3. In regard to the drunkard's state before God, the salvation of soul and body. What shall we say, if we discover the terrific truth?(1) That the spiritual is more besotting and blinding to the spirit.(2) That it is more maddening and brutalising to the drunkard's life. What crime will the drunkard not perpetrate? But what is the life of the spiritual drunkard who goes on in his wickedness? One lifelong defiance of God.(3) That it is a drunkenness still more infernal, more devilish, and more deadly to both soul and body.

(R. Paisley.)

The Jews are represented as given over by God to a judicial blindness. Now, we regard it as a fixed principle in the interpretation of Scripture that God never does more than leave men to themselves; doing nothing directly to harden them in wickedness, or to place them out of the reach of forgiveness.

(H. Melvill, B. D.)

Are there, then, other forms of insobriety and resultant demoralisation distinct from that of the familiar cup? The phrases which suggest this abnormal state are continually in our mouths. Thus, we speak of people being intoxicated with delight, with fanaticism, with political excitement, or with the spirit of gambling. Wendell Holmes speaks of people who become intoxicated with music, with poetry, with love, with religious enthusiasm. He remarks how convalescents are sometimes made tipsy by a beef steak. It is said of one that he was too intoxicated with certain good news to be able to imbibe anything else. Indeed, it is told of certain company that it was so intoxicating that some of the circle were compelled to drink to keep themselves sober.

(J. J. Ingram.)

What are the main characteristics of intoxication? The drunken man is one who has lost his power of self-control, one to whose eye and thought the proportions and relationships of life have become disordered, one whose vigour, both physically and mentally, has become enfeebled and inefficient. He is a man who for the time being loses his true relation to the things of outer life. He is abnormal. His appetites are deranged, his engrossments disproportionate, his views beclouded or oblique.

(J. J. Ingram.)

For the Lord hath poured out upon you the spirit of deep sleep.
"The Lord hath poured out," etc. That is an appalling judgment. What have been the steps which have led up to so terrible a consummation? Men do not lose their moral sensitiveness by a stroke; it is the ultimate issue of a process. Drowsiness precedes sleep; the twilight ushers in the night. We do not reach moral abysses by a precipice; we reach them by a gradient. We do not drop into bondage; we walk into it.

1. Here are the men of my text; what was the first step in the degradation? We have it clearly indicated in the thirteenth verse. If we take the thirteenth verse, and place it before verse 9, we have unfolded before us the process of degeneracy, which is re-enacted in multitudes of lives in every succeeding age. The first step towards moral benumbment is the evisceration of religious worship. Take the heart out of worship, and you will take the life out of morals. "And their fear of Me is a commandment of men which has been taught them." What does that mean? The man-made has supplanted the God-born. And what does that further mean but the intrusion of the casuist into religion? The casuist is he who turns a shining principle into a dull maxim, who makes breaches and loopholes of escape in the great moral law, who changes the searching inwardness of religion into an easy external ordinance, who removes the fearful sense of the eternal, and makes us feel perilously at home in the small demands of his own commandments.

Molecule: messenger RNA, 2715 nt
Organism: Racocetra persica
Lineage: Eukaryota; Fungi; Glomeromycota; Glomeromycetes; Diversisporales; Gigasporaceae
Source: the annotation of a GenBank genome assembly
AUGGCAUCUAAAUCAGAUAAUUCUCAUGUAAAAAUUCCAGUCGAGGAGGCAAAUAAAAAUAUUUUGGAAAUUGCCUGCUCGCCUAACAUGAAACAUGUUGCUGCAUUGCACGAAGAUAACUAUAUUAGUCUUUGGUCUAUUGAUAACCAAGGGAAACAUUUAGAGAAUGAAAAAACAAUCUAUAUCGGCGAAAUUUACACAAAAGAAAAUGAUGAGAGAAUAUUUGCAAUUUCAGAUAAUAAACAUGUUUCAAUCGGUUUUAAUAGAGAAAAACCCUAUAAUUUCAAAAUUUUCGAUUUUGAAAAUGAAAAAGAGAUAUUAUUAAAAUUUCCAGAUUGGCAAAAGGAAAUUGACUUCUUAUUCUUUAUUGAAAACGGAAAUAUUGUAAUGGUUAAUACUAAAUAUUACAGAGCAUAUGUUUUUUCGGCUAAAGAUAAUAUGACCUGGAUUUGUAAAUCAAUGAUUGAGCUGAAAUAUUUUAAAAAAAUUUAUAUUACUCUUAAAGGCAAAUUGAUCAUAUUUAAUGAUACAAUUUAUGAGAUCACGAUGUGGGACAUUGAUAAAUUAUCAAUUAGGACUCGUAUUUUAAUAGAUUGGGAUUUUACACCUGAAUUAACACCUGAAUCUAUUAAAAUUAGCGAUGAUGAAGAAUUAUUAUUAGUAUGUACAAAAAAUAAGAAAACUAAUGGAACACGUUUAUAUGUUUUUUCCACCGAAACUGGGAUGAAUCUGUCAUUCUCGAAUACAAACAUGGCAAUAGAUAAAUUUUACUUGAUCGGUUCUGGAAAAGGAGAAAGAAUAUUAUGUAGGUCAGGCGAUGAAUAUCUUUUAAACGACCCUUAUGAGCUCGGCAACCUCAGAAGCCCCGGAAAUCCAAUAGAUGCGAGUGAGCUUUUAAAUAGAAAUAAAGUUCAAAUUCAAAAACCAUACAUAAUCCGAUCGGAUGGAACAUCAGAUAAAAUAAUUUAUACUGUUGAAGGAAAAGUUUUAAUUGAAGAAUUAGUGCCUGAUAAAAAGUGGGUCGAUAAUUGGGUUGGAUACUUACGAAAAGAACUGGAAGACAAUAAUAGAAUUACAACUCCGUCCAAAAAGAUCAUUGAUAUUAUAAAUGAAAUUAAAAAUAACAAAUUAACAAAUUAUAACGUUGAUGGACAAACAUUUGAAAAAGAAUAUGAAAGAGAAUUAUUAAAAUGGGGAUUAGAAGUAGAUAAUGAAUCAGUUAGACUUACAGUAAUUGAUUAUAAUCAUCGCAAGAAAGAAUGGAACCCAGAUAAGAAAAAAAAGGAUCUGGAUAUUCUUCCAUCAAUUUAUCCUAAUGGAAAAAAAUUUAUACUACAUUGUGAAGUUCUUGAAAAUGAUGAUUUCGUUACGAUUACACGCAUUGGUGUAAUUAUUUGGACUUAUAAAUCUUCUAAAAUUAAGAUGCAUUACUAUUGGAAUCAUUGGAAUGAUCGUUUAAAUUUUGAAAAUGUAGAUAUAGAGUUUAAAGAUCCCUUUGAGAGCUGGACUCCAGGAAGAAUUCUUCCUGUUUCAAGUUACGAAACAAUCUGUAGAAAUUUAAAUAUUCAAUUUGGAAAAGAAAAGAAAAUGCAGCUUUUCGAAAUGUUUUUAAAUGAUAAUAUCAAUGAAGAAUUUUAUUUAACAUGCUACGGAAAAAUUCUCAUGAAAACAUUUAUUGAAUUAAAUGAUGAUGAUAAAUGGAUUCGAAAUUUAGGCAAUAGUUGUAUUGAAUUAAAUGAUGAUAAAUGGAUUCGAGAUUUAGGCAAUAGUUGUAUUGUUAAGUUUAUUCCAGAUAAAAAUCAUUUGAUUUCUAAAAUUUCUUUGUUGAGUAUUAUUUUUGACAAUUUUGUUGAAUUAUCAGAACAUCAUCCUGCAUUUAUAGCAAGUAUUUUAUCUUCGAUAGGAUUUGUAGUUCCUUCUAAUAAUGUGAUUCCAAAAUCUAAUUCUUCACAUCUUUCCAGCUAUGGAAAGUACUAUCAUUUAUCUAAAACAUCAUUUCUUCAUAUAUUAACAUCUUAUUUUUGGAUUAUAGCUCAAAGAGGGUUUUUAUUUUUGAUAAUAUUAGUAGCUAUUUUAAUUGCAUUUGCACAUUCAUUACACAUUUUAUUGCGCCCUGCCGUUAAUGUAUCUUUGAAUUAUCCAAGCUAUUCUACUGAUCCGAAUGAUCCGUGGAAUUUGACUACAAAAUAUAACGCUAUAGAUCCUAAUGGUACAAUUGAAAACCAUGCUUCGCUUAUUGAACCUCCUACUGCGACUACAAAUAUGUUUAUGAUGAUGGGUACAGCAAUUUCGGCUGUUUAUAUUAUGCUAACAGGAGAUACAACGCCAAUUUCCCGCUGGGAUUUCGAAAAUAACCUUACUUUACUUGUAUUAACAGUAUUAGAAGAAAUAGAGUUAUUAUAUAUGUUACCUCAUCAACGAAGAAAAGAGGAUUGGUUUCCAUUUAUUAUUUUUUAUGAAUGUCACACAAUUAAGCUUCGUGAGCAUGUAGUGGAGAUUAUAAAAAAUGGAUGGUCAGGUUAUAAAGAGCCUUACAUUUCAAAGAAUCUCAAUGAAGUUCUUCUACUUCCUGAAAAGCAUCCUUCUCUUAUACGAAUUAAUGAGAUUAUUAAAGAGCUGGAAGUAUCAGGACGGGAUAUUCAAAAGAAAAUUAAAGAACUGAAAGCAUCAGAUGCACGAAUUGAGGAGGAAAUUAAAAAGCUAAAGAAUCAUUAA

2. Now let us mark the progress of the degeneracy. Religious formalism issues in moral laxity. Note the analysis of the process which is given in the ninth verse. First there is dimness of moral vision. "Tarry ye and wonder." The figure is that of a man who pulls himself up in bewilderment. He does not remember quite clearly whether this is the way, or whether he should take the next turning. Moral law does not stand out in clear bold relief. His conscience does not act readily. There is hesitancy. He "tarries"! There is confusion He "wonders"! "Take your pleasure and be blind." With dimness there comes wilfulness. The little truth they saw they resented. The people liked the restfulness of the dulness. There was nothing searching or self-revealing in the adulterated light. They preferred the twilight in which they can partially hide. Let us go on with the analysis. Moral dimness; moral wilfulness; what is the next step in the degeneracy? Moral stupor. "They are drunk, but not with wine. They stagger, but not with strong drink."

3. Now let us proceed to the third step in the appalling gradient. When a man has eviscerated his religion, changing its inwardness to a thin superficialness, and from this proceeds to moral laxity, I am told by the words of my text that by a judicial act of God his stupor becomes fixed. If a man will not, he shall not! Ye have taken the cup of wilfulness, and drugged yourselves into sin, and "the Lord hath poured out upon you the spirit of deep sleep."

4. What is the next step in the awful gradient? "And all vision is become to you as a book that is sealed." The great writings of the great books have no illuminating message. The books are sealed! What books? There is the book of conscience. "Thine ears shall hear a word behind thee, saying, This is the way, walk ye in it." That book is sealed. There is the book of experience, the teachings of yesterday, the witness of history. "Ask now of the days that are past." That book is sealed. There is the book of nature. The book of nature began to be read by William Wordsworth when the atmosphere of English life had been warmed by the evangelical revival. When the evangelical is dead nature's inner significance is concealed. Let us therefore watch, with intensest vigilance, against the intrusion of all insincerity into our worship.

(J. H. Jowett, M. A.)